Part of the difficulty, as Metzger reminds us, lies with the vagueness of the concept of academic freedom itself. In 1915, when the AAUP founders were trying to get consensus on the term, "there was a wide diversity of opinion with respect to its principles and scope, and a wide diversity of practices with regard to its protection and aid." (Metzger, 200) As evidenced by the rhetoric involved in the current debate on distance education, there is still little consensus about whose freedoms should be included in the discussion, or how they should be rank-ordered. Where does the concept intersect with concerns about responsiveness to student and workforce needs, or with issues of quality control and access? How can the professorate play the sometimes thankless role of gatekeeper, or conservator of time-honored values, and yet not lose the public mandate so necessary to the prospering of their profession?

First, Metzger warns against the temptation to fantasize about a bygone "golden age" in which the faculty’s status was somehow more exulted, and their authority over matters of academic governance therefore unchallenged. History shows that there have always been tensions between faculty and university administrators, given their differing roles and agendas within the institution. The particular way in which the nineteenth century American University evolved, in contrast to its German predecessors, points up a troubling contradiction inherent in its mission. "As a culturally autonomous guild, the University was independent of all social groups, and stood above the clash of their interests; as a serviceable folk institution, it was the instrument of all social groups, and dared not rasp the interests of constituents." (109) Such historical perspective should not lead to docility in the face of administrative assertiveness, but can possibly help to avoid polarization of faculties’ and administrators’ positions. Faculty priorities must always be important to administrators, but cannot be the only ones taken into account—and never were, if one examines the historical record of the struggle for academic freedom.

Whatever the ultimate truth about whose interests are being served by distance education, credible voices should not leave themselves open to charges of narrowing the universe of discourse. Again, Metzger reminds us of the scope of the original German notion of academic freedom, which promoted the benefits of disinterested and unencumbered inquiry for both students and faculty. In disassociating "Lernfrieheit" from "Lehrfrieheit" in the 1890’s (123), and moving toward a definition of academic freedom that focused more on the preservation of their hard-won prerogatives, faculty may have lost sight of the historic precedents for a richer view of the concept of academic freedom that would encompass the interests of both groups. Historically, arguments for the preservation of faculty freedoms rest on the assumption that society in general will benefit. In the nineteenth century, particularly in public institutions, faculty often sought protection from coercive trustees by appealing to the support of the larger public, and the AAUP’s most current statements on academic freedom issues still make that appeal. However, there is always the danger that the public will not see in that way, and that faculty arguing against distance education on behalf of "quality" will be put in the awkward position of claiming that they really know best what is good for the rest of the population. Here, Metzger’s concerns of 50 years ago still apply: "The temptation is to make academic freedom coterminous with the security of professors in the guild." (182)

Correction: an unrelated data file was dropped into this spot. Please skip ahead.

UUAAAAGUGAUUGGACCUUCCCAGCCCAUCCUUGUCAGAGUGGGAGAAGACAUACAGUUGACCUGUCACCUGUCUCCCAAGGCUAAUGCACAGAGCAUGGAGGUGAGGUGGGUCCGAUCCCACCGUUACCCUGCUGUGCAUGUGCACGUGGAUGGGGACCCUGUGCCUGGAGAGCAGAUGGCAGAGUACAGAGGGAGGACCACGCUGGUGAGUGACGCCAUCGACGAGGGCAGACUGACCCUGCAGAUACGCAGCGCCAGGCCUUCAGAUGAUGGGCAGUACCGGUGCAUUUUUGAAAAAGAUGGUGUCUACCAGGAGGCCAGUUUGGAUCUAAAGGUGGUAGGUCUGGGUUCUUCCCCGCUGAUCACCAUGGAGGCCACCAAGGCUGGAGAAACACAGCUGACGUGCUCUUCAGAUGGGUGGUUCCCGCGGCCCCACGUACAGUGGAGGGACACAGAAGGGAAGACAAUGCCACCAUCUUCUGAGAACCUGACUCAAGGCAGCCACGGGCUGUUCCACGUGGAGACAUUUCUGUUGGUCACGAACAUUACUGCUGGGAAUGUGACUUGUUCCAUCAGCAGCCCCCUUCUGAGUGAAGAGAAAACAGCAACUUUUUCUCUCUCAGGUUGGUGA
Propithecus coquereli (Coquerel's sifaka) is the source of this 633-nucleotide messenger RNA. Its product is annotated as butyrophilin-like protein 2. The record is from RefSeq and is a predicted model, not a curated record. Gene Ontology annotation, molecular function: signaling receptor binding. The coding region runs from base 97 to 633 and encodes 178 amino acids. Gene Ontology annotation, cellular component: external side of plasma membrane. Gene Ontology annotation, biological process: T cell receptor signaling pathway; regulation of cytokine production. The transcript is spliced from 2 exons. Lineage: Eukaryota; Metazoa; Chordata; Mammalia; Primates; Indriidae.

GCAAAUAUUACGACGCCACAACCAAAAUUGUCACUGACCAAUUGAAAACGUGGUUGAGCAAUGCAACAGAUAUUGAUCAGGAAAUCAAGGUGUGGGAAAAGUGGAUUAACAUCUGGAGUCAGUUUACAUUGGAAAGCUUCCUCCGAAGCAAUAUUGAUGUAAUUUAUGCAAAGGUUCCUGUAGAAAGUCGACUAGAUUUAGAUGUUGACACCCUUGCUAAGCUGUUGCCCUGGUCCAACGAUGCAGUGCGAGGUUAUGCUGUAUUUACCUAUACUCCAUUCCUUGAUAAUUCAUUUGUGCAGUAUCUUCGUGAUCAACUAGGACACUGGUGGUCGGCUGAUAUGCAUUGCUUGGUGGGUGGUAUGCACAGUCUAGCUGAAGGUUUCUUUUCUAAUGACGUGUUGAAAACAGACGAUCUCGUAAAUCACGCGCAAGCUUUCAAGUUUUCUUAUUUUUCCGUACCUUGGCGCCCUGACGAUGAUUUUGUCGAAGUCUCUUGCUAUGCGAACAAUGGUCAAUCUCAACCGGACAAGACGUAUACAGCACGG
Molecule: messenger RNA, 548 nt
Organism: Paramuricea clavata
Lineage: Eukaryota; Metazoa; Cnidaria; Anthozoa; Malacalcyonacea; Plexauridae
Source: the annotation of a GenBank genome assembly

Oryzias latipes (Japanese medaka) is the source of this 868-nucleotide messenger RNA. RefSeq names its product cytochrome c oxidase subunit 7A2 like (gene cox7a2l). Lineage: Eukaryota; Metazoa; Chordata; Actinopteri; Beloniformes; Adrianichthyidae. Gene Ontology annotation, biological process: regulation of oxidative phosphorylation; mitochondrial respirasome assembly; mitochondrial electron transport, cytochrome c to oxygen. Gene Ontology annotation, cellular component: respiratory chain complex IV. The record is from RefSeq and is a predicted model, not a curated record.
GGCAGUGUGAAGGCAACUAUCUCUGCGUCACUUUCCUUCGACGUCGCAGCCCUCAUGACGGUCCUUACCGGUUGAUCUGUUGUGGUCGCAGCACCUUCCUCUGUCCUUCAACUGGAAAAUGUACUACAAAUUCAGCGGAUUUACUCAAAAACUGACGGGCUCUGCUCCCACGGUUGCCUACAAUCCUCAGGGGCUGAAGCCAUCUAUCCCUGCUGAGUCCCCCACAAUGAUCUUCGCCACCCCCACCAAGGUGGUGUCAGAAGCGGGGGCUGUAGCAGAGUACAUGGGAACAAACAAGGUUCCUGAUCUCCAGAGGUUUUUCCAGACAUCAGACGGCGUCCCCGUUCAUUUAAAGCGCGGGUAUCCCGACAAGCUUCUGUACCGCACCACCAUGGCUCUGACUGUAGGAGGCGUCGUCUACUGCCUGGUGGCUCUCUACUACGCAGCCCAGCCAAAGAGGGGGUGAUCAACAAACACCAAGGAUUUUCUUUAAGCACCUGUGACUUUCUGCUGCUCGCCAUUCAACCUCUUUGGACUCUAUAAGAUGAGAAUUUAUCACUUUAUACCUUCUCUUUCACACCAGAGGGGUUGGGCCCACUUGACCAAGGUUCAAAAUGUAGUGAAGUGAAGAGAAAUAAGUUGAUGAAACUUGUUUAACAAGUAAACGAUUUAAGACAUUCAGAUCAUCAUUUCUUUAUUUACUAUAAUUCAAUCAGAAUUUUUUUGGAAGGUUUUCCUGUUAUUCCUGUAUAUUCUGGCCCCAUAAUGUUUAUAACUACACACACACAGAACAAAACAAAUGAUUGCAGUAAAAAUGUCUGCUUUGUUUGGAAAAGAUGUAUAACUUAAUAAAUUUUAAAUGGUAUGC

In the final analysis, the age of distance education offers faculty the opportunity to redefine the concept of academic freedom in a way that opens up new possibilities for public service. Faculty unions can move beyond protectionism, accept that the new technologies are changing the nature of academic work, and use their collective research and assessment skills to help university administrators evaluate the extent to which the technologies deliver the benefits their advocates often promise: increased efficiency, access, quality, and reduced costs. In so doing, faculty will avoid being cast as self-interested resisters of change, and exercise their historic intellectual and moral authority in the service of enhanced learning opportunities for all citizens.